They did a retrospective study of records from a Thoroughbred farm in Central Kentucky where they followed 477 pregnant mares from 1977-2003. They monitored for CTUP and placental separation once per month from 150 days of gestation to term. Criterias for treatment were: An increase in CTUP, placental separation, or clinical signs (vaginal discharge and udder development). Treatment included antibiotics, (trimethprim-sulfa, ceftiofur, or penicillin and gentamicin), pentxifylline, altrenogest, and NSAIDs. Treatments continued until the mare aborted or foaled.

Birth weight was compared between foals from mares with placentitis and mares without clinical or subclinical signs. The results were statistically significant.

Troedsson said 3.1% of the mares were diagnosed and treated for placentitis. The average gestational age was 8.6 months when they were diagnosed. Abortion in mares ranged from seven to nine months.
He said 15.8% of the treated mares aborted, and that 87% of the maintained pregnancies resulted in live foals. Final results showed that 73.3% of mares diagnosed with placentitis produced live foals. Pregnancy loss in treated mares occur on an average 62 days after onset of treatment, ranging from seven to 90 days. The birth weight of surviving foals from mares treated for placentitis was not different from foals born to non-affected mares.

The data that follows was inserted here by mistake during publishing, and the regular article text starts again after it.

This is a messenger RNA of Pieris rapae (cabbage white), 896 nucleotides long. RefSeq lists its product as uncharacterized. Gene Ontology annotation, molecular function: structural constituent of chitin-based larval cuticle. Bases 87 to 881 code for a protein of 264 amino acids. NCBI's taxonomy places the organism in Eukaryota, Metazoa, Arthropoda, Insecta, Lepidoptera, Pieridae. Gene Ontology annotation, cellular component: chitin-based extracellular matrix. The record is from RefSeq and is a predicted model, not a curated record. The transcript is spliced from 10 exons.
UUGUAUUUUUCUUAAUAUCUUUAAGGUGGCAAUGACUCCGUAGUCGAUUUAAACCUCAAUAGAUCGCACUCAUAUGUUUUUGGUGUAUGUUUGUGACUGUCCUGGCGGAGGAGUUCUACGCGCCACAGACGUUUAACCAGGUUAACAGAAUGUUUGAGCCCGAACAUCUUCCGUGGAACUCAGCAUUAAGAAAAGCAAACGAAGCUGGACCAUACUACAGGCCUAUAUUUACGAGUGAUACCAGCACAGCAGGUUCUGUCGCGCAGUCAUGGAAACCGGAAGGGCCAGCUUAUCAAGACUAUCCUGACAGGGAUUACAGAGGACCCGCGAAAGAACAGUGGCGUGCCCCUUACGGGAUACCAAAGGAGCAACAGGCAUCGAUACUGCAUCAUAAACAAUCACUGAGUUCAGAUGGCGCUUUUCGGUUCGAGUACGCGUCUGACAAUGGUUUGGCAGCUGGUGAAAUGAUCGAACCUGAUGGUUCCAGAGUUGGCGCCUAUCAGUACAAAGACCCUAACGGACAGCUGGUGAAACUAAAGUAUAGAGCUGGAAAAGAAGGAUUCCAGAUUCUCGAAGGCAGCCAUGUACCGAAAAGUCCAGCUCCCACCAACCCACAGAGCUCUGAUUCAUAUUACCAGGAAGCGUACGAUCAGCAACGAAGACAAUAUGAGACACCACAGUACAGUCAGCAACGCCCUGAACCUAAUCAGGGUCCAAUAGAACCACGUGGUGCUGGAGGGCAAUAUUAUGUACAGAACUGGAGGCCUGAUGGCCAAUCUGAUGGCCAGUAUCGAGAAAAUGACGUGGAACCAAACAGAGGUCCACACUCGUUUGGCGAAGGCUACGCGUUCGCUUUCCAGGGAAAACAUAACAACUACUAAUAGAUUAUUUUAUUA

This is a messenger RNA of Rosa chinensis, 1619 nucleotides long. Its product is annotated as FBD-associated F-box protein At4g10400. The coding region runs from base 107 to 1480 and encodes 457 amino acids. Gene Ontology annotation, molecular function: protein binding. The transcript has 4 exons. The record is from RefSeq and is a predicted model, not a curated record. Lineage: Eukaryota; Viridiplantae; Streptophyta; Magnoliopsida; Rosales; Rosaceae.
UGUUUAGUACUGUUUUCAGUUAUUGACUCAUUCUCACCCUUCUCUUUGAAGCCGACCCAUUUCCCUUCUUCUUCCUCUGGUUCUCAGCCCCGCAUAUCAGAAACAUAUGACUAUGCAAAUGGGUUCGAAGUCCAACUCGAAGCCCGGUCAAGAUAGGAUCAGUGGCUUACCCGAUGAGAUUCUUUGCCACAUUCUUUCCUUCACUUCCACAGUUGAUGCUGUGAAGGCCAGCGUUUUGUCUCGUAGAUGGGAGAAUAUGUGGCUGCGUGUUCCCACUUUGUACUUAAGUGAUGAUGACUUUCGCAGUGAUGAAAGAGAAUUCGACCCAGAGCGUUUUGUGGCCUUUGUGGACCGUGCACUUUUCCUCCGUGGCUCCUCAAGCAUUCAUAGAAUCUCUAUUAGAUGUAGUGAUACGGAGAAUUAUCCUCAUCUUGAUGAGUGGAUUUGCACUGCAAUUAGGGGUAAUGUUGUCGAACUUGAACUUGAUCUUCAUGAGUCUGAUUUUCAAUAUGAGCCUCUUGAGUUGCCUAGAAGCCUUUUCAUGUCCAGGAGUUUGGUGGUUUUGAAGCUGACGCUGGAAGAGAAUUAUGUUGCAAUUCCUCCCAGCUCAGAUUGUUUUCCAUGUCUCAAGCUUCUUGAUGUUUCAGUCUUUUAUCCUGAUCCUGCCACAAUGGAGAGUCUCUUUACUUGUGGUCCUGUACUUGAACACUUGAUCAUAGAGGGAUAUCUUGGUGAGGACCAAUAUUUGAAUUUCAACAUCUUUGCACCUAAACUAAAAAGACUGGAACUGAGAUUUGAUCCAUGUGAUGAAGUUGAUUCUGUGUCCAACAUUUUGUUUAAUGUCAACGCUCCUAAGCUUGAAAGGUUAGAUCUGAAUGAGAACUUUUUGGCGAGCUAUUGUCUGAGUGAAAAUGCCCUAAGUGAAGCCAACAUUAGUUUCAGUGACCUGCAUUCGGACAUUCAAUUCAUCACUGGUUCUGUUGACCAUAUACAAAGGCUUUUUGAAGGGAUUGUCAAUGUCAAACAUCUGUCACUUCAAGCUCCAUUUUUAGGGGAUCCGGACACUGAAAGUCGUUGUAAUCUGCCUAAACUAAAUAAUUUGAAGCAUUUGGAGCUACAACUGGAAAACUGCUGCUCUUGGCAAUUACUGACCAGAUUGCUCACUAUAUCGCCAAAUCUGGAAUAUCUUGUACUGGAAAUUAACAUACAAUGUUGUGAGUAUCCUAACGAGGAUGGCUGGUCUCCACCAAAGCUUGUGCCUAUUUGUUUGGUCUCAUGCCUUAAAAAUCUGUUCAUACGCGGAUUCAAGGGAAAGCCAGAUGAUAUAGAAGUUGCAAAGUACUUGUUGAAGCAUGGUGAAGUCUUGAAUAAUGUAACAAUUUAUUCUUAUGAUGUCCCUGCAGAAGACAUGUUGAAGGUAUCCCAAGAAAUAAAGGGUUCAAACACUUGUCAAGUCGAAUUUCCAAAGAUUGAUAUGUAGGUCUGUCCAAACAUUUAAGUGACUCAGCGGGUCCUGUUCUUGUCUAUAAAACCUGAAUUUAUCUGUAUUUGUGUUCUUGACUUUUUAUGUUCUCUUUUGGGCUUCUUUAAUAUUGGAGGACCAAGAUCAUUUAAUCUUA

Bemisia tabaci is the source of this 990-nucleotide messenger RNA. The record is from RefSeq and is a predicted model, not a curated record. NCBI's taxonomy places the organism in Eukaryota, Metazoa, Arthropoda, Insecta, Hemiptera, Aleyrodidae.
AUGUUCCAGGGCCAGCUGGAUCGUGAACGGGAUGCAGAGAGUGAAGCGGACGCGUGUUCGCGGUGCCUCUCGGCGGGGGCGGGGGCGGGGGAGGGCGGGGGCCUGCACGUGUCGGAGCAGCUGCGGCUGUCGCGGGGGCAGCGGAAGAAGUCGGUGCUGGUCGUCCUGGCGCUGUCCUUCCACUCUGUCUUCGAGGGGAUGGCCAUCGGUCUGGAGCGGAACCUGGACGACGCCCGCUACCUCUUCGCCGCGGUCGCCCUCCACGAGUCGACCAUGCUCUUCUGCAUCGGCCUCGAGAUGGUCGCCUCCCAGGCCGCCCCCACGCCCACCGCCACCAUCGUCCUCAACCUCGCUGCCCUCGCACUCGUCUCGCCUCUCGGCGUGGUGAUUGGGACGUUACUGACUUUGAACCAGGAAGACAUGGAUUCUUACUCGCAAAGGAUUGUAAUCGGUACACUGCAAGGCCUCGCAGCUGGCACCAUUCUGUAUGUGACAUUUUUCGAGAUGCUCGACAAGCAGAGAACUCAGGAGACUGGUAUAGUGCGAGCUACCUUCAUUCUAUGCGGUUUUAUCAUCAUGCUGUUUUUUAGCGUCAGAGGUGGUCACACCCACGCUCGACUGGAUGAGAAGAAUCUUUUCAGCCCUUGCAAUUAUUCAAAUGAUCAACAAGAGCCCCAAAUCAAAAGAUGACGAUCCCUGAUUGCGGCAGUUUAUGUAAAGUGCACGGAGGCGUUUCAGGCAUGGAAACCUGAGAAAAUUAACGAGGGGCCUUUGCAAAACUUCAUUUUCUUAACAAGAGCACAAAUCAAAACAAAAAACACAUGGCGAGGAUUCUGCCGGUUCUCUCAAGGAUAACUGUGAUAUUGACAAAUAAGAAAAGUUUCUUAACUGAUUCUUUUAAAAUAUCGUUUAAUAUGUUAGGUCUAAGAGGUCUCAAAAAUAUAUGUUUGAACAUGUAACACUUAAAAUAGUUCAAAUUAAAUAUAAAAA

Of mares with placentitis with dead/non-surviving foals, the birth weights were significantly lower.

Troedsson said their conclusions were that transrectal ultrasound is useful in detecting early signs of placentitis. A majority of mares treated for subclinical or early clinical signs of  placentitis produced viable foals. Birth weights of surviving foals from treated mares wasn't lower.

They questioned how long to treat a mare with placentitis. Troedsson said mares diagnosed with placentitis were treated for the remainder of pregnancy. He said a study in 2003 showed that mares with experimentally induced placentitis were treated only seven days, and all aborted. At this time, data suggest to treat until the mare aborts or foals, but more research is needed to determine an optimal duration of treatment.



About the Author

Kimberly S. Brown

Kimberly S. Brown was the Publisher/Editor of The Horse: Your Guide To Equine Health Care from June 2008 to March 2010, and she served in various positions at Blood-Horse Publications since 1980.